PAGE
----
Schevker said someone started banging on the door.

The victim said there were other inconsistencies in the police report as well.

The narrative of the incident, prepared by Sgt. Frank Gudani, shows “Dispatch advised that the victims were chased northbound through UPA 14, (exited the north doors), and entered the south doors of UPA 13.”

Gudani reported Schevker’s statement in the narrative which indicates that after a distraught woman ran into the room, “she closed the door (and) heard pounding on the door. She said it was a male yelling, ‘I know you are in there. Let us in.'”

The victim who was shown the report said they never ran through any buildings.

UPA students said they were upset they were allowed to wander around outside while the CSUN Police Department and the Los Angeles Police Department secured the area.

Tim Trevan, director of student housing and conference services, said when he was notified about what was occurring, all the RAs where notified to seek “shelter in place” and tell anyone they saw along the way to do the same.

“I was on my balcony, and I saw students standing around when police officers were telling them to ‘shelter in place,'” Trevan said.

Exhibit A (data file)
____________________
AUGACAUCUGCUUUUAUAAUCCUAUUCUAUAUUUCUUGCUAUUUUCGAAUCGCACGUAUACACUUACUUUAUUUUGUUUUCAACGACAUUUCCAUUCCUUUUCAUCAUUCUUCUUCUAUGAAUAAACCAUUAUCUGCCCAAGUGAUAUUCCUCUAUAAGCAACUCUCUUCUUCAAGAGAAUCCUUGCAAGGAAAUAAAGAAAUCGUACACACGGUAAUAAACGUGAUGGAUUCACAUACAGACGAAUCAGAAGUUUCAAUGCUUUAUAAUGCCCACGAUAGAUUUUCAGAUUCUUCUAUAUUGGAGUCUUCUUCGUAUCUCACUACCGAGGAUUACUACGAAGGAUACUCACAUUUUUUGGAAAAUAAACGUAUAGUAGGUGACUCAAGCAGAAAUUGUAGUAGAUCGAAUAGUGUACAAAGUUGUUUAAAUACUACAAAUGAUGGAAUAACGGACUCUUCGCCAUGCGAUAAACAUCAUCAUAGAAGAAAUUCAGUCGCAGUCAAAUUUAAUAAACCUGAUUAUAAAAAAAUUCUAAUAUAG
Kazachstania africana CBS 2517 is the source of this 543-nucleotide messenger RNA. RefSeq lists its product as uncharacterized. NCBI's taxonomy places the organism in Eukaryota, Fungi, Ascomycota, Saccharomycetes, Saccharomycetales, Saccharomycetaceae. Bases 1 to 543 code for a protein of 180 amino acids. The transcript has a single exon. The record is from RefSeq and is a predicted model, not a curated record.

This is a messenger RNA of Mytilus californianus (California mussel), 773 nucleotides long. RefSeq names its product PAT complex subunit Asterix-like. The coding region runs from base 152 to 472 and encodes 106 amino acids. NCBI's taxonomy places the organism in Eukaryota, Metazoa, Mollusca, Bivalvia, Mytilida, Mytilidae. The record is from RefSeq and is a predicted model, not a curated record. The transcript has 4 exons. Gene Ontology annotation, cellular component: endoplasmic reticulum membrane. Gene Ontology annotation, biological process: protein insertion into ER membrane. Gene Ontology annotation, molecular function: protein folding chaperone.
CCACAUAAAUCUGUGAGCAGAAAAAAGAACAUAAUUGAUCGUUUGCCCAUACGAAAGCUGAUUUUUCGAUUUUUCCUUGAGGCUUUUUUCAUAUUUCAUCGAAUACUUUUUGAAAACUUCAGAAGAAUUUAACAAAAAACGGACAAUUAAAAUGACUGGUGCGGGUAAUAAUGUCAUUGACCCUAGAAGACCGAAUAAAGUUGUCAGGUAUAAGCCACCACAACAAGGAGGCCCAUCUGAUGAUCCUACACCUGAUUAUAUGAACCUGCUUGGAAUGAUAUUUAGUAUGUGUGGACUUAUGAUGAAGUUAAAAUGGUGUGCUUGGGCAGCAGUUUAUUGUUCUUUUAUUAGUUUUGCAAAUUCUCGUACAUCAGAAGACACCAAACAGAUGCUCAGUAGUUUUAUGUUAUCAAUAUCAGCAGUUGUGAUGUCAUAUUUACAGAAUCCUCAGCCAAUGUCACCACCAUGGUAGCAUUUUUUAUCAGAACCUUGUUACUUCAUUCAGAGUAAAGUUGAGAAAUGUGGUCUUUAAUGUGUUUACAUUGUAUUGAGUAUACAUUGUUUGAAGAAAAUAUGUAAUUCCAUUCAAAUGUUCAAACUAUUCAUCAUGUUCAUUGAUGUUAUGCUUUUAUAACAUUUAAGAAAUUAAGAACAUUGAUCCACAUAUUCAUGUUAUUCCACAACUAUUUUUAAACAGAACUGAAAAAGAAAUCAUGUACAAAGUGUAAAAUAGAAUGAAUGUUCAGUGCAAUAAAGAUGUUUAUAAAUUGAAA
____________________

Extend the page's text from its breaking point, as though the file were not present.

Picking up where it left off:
Piper was told that Swisher confirmed the account that was given to the Sundial and that he clarified that the suspects ran into the lobby of UPA 13, where they were apprehended.

“He got it wrong,” Piper said. “The suspects were never in the lobby.

Furthermore, “the police investigation has found they cannot find a witness who saw a gun. The victim who thought she saw a man with a gun (in a stairwell) was mistaken. She saw a police officer.”

When Baurdet, the victim and other witnesses learned that Piper was claiming that the distraught woman said she saw a police officer in the stairwell, they maintained that the woman was telling the truth when she said she saw a gun.